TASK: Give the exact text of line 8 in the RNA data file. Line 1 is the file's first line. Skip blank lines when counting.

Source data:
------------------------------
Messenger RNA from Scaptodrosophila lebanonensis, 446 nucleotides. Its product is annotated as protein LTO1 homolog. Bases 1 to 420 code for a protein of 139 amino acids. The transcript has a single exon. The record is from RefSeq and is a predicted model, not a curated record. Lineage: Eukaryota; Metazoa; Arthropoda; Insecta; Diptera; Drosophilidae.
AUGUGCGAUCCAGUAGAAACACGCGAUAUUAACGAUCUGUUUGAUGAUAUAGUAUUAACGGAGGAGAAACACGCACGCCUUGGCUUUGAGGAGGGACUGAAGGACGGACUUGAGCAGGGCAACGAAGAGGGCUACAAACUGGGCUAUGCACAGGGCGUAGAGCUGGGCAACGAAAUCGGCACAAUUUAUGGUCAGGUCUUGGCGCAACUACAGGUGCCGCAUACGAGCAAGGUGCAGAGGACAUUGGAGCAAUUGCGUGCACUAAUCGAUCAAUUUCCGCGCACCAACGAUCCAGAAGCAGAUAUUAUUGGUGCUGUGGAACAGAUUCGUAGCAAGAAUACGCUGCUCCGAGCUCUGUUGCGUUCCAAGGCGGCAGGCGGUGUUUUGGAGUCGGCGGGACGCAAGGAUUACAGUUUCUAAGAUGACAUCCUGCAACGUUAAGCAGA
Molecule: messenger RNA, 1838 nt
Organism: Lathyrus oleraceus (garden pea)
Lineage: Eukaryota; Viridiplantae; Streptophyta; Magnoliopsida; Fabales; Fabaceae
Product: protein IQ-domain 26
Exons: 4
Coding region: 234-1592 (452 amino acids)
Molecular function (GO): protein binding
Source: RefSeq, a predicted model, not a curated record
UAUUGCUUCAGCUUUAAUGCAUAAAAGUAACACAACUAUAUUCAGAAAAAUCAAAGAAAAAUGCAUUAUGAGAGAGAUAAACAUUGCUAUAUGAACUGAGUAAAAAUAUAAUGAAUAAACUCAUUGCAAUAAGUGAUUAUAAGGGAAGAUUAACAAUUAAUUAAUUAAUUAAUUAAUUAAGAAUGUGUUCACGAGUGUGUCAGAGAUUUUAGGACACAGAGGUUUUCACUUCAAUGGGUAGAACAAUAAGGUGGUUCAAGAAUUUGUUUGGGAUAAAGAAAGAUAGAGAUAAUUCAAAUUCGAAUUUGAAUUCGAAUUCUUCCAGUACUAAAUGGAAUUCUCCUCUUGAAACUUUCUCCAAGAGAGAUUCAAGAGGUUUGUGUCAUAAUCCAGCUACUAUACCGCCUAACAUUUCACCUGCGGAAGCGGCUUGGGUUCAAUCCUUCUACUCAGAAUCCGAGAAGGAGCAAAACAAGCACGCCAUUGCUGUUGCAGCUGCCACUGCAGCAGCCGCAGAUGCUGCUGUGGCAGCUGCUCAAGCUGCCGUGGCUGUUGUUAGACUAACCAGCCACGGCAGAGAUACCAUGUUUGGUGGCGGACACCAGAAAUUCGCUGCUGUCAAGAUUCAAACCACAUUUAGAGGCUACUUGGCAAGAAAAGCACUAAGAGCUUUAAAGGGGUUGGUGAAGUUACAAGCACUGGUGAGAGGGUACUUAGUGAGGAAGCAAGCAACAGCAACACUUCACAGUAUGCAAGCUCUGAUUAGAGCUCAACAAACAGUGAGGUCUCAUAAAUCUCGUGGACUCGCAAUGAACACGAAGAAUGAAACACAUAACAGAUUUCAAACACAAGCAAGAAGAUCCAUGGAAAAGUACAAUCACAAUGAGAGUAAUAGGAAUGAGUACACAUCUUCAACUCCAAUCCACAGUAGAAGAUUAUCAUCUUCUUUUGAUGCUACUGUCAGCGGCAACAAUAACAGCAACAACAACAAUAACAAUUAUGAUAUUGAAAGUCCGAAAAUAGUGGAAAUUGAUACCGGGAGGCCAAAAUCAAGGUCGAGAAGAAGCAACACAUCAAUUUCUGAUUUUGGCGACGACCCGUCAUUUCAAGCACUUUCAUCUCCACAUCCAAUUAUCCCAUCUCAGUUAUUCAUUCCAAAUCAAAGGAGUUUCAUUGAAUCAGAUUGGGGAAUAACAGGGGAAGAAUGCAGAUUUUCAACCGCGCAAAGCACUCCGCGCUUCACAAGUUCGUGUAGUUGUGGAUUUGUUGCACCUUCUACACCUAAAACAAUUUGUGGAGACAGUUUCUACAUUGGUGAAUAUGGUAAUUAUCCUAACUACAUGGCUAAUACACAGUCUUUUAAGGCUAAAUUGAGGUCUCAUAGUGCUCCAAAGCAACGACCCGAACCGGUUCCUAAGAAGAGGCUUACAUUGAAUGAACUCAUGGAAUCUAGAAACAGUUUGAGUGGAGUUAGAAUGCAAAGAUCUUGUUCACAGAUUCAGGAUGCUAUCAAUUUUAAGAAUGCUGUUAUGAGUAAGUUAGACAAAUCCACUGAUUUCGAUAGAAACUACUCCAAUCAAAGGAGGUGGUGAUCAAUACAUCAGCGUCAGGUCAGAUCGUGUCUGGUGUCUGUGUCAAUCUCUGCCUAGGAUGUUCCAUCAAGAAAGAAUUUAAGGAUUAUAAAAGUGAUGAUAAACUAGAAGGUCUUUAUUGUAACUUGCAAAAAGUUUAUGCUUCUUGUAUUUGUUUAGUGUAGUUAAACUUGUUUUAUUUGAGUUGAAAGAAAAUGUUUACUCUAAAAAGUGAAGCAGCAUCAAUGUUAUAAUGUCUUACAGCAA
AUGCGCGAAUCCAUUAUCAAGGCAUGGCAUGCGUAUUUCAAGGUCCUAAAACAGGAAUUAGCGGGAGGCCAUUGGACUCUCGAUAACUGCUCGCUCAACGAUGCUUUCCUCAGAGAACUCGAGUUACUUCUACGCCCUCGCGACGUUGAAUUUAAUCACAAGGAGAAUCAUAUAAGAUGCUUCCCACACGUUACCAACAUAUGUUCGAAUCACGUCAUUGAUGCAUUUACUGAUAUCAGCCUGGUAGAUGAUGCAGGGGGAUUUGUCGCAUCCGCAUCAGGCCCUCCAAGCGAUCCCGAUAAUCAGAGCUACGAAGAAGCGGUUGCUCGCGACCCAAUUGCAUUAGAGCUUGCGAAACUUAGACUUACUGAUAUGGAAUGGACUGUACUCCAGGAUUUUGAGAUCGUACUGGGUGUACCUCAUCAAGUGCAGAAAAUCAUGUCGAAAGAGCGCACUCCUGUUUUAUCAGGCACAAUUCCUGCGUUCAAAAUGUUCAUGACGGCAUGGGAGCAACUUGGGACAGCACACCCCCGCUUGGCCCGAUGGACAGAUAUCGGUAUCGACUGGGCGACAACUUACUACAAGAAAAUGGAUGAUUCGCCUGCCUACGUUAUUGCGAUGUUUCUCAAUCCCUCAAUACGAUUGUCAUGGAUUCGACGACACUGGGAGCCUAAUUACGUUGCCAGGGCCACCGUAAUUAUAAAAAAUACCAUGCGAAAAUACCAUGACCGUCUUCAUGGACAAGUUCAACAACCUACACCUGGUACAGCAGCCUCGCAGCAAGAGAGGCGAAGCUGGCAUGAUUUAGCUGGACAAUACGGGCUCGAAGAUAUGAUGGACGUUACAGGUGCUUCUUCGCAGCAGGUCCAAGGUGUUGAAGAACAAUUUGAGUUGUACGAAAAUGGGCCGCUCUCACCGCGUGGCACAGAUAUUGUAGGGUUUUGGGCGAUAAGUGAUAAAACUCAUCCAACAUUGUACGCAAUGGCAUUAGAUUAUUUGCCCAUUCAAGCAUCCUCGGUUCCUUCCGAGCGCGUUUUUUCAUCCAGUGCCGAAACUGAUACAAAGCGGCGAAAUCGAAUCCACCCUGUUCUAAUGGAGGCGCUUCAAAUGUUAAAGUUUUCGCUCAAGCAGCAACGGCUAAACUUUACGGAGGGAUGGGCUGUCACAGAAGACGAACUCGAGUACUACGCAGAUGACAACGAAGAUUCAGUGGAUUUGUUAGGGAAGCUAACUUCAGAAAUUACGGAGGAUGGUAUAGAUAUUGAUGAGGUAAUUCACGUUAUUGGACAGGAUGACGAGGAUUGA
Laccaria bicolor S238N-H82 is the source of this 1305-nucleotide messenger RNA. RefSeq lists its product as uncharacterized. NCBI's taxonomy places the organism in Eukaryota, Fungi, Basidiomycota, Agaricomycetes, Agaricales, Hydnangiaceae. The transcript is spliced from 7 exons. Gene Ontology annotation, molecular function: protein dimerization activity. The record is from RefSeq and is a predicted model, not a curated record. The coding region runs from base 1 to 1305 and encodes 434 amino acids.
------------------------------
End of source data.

Coding region: 234-1592 (452 amino acids)